Dr Thérèse Coffey,
17 Smith Square,
London SW1P 3JR
As well as this, try contacting your local MP about this issue.
Thanks for helping hedgehogs!
We are proud to have been selected as one of Co-op Rothbury's Local Community Fund causes. You can now help us by simply shopping in store and choosing Northumbrian Hedgehog Rescue Trust as your nominated charity.
We are celebrating the successes of one of our most loyal young volunteers. Lisa joined us in 2009 when she was doing her Bronze Duke of Edinburgh and came every Sunday without fail. Lisa also completed her Silver and Gold awards whilst helping at NHRT and, when she finally went to University as we always knew she would, this dedicated young lady still continued volunteering when home on vacation. Lisa was always very enthusiastic and such an asset to the Centre - even suggesting she could come earlier in a morning than was originally agreed. Lisa has recently graduated from Sheffield Hallam University for product design and won a prestigious award in London for new designers. Following the award she has been offered a job working for Kingfisher in London and the world is now her oyster! We are all absolutely thrilled for her and she deserves every success as she puts her heart and soul into anything she tackles.
Lisa has promised to come and see us whenever she can and, of course, we do hope she will be able to attend the Christmas shindig when we all have a lovely meal and relaxing time together. Well done Lisa; you’re a fine example for the younger generation, thanks for all the hedgie-care you have provided over the years and you can come and put in a shift any time!
One of our younger volunteers has been exhibiting his talents by writing about his life as a volunteer at NHRT and the care the dedicated volunteers give the hedgehogs. What's more talented Isaac Mills was winner of the Letter of the Month in the BBC's Wildlife magazine in June. Isaac won a pair of waterproof boots for his letter which highlighted the great care that the Northumbrian Hedgehog Rescue Trust provides and also succeeded in highlighting the plight of the endangered hedgehog. Well done all round Isaac!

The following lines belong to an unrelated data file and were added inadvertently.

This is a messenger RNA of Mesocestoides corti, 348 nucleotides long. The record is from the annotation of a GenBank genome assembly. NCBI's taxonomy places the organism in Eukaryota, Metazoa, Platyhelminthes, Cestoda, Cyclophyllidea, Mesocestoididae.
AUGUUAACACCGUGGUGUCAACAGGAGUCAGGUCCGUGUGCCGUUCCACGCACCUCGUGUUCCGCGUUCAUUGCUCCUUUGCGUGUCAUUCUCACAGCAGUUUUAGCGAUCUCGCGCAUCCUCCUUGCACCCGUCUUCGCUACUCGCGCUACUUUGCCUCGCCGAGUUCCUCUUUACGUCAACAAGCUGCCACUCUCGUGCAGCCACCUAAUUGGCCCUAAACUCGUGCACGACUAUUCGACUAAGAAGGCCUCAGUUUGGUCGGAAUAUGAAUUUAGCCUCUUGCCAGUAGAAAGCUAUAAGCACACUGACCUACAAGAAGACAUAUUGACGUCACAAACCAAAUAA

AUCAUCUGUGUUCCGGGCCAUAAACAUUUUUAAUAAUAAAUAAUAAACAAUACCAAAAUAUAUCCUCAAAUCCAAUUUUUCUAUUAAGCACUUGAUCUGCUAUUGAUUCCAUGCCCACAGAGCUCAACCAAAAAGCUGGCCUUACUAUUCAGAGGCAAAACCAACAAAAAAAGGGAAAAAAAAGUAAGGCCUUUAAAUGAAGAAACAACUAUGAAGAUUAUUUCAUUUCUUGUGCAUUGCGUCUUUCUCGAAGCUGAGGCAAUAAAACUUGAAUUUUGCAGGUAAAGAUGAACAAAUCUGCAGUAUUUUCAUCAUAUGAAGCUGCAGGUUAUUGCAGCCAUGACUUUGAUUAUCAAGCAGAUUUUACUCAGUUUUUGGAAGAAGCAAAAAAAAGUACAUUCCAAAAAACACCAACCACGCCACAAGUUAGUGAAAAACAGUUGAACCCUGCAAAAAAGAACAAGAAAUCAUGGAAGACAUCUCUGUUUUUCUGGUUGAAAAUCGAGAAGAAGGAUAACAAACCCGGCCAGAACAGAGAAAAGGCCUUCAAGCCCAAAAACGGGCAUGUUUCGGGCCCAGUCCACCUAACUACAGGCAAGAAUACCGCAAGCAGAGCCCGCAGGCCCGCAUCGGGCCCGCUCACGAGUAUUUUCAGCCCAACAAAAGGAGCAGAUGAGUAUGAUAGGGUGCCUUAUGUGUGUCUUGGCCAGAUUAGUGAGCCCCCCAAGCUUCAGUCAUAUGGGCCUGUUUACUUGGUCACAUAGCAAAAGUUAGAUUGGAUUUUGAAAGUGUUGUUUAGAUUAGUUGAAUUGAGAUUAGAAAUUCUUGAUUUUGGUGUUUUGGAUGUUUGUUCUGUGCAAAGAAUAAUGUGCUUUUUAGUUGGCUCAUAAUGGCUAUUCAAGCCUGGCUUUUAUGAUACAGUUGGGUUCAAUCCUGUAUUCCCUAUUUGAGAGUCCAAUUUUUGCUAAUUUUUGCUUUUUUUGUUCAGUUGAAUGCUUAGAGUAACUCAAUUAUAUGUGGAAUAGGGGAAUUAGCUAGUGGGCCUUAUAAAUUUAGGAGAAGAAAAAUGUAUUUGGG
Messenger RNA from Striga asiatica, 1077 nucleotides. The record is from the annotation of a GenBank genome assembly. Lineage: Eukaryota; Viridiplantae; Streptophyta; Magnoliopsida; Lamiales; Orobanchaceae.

We would like to renew our thanks to the customers and staff of both the Co-op Supermarket and Wilkinsons, both in Alnwick, for their continued support of our work and in helping the hogs. Your generosity means that we get a small donation of either cash, food or other useful items every month and that steady trickle is greatly appreciated by all the volunteers and the patients at Longframlington. Thanks for your continued support, we hope it continues!
We are very lucky to have a number of other dedicated businesses quietly supporting our cause too, some of whom have done so for a number of years. We extend our thanks to them and will be giving some of them a special mention in the coming months too! Hats off to you all and to your generous customers. You really do allow us to make a difference to the lives of so many of our little spikey chums.